Members of the lesbian, gay, bisexual, transgender and queer community have made an impressive array of contributions to the science, technology, engineering and mathematics, or STEM, fields.
Perhaps the best-known LGBTQ mathematician is Alan Turing, whose work was instrumental in securing the Allied victory in World War II and became the basis for modern artificial intelligence.
Lynn Conway, a patent holder and computer science pioneer, invented methods that greatly simplified the design and fabrication of microchips that are still being used in production today. Conway was fired by her employer after announcing her intention to undertake a gender transition in 1968.
Carolyn Bertozzi, another prolific patentee who is openly gay, was instrumental in the development of bioorthogonal chemistry, founding numerous startups in addition to her career as a professor at Stanford University.
LGBTQ attorneys have also made significant contributions to patent law and policy. In 1993, then-President Bill Clinton nominated Bruce Lehman as assistant secretary of the U.S. Department of Commerce and commissioner of the U.S. Patent and Trademark Office. Lehman became the first openly gay man confirmed by the U.S. Senate.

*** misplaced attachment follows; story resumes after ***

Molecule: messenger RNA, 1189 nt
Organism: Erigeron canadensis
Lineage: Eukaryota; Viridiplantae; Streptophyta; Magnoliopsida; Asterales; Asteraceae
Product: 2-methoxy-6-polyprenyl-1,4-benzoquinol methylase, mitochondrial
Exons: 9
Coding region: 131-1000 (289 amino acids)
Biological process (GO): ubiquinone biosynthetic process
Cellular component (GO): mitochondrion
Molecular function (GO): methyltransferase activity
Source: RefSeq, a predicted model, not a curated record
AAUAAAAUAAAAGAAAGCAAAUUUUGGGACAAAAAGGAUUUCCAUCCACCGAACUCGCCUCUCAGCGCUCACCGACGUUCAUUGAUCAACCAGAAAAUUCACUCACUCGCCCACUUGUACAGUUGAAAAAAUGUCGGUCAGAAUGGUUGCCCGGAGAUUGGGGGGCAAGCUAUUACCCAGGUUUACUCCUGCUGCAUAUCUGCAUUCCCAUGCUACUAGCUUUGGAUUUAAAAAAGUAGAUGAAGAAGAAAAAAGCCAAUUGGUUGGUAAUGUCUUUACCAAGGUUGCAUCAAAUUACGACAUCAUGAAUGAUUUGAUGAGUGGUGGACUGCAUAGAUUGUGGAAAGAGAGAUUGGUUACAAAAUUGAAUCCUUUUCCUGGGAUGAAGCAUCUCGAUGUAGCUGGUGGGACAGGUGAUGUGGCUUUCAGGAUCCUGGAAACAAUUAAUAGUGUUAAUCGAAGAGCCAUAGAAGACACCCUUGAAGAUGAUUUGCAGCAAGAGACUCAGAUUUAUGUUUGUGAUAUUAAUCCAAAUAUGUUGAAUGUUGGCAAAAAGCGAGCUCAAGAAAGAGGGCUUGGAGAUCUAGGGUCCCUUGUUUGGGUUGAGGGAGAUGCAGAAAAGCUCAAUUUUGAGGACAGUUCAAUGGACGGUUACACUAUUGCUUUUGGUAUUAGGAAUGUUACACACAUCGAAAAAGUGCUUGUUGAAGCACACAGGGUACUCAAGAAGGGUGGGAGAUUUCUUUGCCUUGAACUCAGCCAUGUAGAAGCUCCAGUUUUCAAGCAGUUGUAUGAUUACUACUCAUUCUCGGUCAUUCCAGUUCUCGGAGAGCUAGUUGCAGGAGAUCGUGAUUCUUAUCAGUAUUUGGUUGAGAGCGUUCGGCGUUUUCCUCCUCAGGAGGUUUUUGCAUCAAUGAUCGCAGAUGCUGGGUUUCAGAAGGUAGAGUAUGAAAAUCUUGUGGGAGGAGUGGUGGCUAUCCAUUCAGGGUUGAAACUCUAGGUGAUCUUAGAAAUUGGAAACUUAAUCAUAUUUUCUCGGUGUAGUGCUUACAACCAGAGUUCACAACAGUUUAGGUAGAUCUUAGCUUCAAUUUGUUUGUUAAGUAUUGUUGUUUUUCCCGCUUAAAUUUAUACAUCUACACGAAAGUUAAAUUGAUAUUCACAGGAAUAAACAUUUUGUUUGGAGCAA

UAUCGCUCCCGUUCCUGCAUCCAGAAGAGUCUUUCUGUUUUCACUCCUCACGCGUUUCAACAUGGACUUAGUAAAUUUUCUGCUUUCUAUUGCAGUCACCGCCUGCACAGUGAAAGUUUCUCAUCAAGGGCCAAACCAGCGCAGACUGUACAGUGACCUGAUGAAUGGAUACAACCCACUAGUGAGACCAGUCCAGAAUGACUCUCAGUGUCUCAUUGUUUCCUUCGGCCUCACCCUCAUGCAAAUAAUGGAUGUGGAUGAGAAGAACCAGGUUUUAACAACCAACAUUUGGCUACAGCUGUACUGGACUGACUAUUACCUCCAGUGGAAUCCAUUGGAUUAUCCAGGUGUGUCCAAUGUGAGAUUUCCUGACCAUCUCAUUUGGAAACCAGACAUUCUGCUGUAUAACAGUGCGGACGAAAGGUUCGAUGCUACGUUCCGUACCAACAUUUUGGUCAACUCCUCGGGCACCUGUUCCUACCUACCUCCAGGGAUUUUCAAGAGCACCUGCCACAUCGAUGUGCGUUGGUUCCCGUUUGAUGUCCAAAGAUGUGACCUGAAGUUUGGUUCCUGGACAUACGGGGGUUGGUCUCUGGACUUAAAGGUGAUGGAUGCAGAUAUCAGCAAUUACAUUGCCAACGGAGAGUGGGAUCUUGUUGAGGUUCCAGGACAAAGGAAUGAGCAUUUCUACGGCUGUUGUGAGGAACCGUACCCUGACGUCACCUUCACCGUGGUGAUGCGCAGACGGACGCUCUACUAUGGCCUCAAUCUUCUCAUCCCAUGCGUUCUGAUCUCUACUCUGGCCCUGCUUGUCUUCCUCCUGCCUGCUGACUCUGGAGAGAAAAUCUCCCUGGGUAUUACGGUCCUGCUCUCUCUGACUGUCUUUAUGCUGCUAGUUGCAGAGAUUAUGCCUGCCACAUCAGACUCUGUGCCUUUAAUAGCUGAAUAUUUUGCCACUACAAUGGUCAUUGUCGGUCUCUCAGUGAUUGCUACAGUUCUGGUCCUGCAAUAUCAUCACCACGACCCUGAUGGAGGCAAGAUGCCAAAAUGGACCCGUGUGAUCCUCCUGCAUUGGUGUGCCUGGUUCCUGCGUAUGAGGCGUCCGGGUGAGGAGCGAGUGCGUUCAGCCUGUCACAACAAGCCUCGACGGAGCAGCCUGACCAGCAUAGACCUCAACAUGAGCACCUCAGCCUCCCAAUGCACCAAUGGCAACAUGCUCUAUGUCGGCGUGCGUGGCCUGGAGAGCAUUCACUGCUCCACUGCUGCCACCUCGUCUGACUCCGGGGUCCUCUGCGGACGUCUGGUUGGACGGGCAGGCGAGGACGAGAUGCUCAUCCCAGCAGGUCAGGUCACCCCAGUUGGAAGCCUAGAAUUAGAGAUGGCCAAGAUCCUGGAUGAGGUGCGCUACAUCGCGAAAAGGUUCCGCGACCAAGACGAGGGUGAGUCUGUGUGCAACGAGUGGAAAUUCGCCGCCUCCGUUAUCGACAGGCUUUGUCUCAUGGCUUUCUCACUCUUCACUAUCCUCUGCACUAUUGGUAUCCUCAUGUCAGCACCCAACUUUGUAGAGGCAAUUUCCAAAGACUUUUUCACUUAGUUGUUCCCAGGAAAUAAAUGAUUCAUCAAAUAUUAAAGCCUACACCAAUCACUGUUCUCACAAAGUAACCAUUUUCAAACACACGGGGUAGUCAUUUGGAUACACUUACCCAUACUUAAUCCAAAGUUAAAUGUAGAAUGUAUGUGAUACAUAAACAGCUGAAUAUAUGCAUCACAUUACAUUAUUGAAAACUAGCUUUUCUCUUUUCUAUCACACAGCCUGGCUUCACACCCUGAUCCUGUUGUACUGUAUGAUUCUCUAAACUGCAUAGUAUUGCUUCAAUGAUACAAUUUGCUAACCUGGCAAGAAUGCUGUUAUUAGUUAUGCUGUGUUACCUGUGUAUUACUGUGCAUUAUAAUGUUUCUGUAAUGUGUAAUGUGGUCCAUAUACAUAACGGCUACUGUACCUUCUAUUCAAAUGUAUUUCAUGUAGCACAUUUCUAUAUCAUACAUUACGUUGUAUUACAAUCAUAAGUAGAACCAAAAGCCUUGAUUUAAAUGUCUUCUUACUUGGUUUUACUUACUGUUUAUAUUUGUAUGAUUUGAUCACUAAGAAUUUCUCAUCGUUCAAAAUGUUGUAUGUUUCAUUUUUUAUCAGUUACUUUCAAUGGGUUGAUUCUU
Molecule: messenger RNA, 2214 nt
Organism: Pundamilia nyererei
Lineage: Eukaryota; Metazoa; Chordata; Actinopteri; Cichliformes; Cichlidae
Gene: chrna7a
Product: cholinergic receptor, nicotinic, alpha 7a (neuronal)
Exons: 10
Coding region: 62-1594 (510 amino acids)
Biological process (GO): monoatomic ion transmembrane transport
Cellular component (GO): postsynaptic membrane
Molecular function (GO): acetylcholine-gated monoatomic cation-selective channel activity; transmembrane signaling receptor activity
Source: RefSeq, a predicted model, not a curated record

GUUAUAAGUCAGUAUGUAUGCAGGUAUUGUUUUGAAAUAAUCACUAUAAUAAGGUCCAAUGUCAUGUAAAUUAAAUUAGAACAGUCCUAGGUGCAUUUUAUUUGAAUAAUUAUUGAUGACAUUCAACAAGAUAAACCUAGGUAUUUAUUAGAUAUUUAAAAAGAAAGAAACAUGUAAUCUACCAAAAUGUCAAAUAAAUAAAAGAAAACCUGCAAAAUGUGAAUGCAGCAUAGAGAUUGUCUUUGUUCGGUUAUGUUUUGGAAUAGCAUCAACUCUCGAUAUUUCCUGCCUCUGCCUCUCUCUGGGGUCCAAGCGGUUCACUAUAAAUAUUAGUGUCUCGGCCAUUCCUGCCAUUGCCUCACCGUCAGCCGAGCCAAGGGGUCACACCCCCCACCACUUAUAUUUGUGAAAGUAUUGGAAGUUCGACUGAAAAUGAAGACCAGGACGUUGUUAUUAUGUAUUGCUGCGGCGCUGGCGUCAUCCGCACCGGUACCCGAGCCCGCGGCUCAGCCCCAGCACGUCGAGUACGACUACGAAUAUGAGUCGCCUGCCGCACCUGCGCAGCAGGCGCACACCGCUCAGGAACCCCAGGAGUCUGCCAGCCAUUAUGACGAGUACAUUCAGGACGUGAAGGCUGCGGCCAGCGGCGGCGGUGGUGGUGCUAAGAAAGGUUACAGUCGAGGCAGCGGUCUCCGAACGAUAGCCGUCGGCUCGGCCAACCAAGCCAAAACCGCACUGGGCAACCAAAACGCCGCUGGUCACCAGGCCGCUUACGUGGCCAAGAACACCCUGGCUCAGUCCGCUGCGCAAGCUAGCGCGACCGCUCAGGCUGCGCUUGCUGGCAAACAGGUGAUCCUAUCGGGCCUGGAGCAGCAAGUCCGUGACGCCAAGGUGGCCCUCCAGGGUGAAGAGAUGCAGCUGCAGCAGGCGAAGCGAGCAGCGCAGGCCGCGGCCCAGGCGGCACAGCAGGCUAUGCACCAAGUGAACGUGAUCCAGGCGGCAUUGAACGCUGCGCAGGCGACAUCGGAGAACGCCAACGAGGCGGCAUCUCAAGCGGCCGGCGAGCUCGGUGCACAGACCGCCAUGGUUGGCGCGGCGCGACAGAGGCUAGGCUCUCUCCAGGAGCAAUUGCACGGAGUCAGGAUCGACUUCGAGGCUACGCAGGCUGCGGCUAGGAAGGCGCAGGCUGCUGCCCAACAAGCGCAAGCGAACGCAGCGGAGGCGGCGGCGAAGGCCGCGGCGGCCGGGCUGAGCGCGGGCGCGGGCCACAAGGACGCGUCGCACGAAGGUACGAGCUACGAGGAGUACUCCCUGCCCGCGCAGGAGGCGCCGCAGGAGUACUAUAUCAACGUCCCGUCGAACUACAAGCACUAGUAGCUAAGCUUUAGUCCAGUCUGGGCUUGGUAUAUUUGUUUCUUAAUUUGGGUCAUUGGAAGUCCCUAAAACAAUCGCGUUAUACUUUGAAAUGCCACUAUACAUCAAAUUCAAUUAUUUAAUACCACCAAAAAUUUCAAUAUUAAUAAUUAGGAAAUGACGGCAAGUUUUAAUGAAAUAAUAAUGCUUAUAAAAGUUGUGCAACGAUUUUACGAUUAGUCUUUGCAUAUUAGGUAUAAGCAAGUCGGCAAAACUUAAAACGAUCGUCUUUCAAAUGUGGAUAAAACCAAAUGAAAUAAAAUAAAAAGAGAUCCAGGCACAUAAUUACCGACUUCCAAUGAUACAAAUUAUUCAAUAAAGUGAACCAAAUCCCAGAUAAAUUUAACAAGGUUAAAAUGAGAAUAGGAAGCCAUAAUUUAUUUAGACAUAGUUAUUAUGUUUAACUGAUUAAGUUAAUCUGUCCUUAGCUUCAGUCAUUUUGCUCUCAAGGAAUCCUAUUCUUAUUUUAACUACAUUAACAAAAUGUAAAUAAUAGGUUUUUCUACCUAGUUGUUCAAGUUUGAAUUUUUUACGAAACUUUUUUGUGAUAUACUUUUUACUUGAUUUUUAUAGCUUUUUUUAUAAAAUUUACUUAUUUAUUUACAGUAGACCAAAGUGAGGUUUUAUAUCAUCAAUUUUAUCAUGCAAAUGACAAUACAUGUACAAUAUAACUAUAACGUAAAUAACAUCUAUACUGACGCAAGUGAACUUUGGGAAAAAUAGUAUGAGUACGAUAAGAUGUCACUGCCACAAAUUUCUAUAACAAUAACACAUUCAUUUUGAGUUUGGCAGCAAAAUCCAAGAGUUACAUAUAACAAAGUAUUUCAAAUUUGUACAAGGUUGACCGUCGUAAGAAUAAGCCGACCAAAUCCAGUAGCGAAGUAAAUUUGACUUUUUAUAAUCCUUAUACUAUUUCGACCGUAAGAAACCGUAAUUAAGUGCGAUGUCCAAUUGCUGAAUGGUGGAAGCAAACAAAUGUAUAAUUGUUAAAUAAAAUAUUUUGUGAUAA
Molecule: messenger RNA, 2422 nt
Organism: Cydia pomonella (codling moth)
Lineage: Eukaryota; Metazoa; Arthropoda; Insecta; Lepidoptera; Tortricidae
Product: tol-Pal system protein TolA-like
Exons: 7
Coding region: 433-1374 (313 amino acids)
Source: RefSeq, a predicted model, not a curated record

U.S. Circuit Judge Todd Hughes, nominated by then-President Barack Obama in 2013 to serve on the U.S. Court of Appeals for the Federal Circuit, is the first openly gay judge on any federal circuit-level court. At the Federal Circuit, Judge Hughes has an immense impact on the development and interpretation of U.S. patent law.
Despite these successes, little is known about the overall state of LGBTQ representation in STEM and patent law.
The lack of representation of women and people of color in these fields is well documented and the target of extensive remediation efforts. LGBTQ participation in the same fields, however, is not well known. The National Science Foundation diligently tracks the participation rates of women, racial and ethnic minorities, and persons with disabilities in science and engineering, but it does not routinely collect statistics on LGBTQ participation.
Thus, the question arises: Why are there so few LGBTQ patent attorneys, and what can the legal profession do to increase LGBTQ representation?
Barriers to the Patent Bar
Data shows that the rate of LGBTQ representation in law overall is lower than that of the general population. The most recent Gallup estimate of the percentage of the population who identifies as LGBT is 5.6%.
However, the National Association for Law Placement found that only 2.99% of respondents to the 2019 NALP Directory of Legal Employers identified as LGBT and that only 2.07% at the partnership level at national law firms identified as such.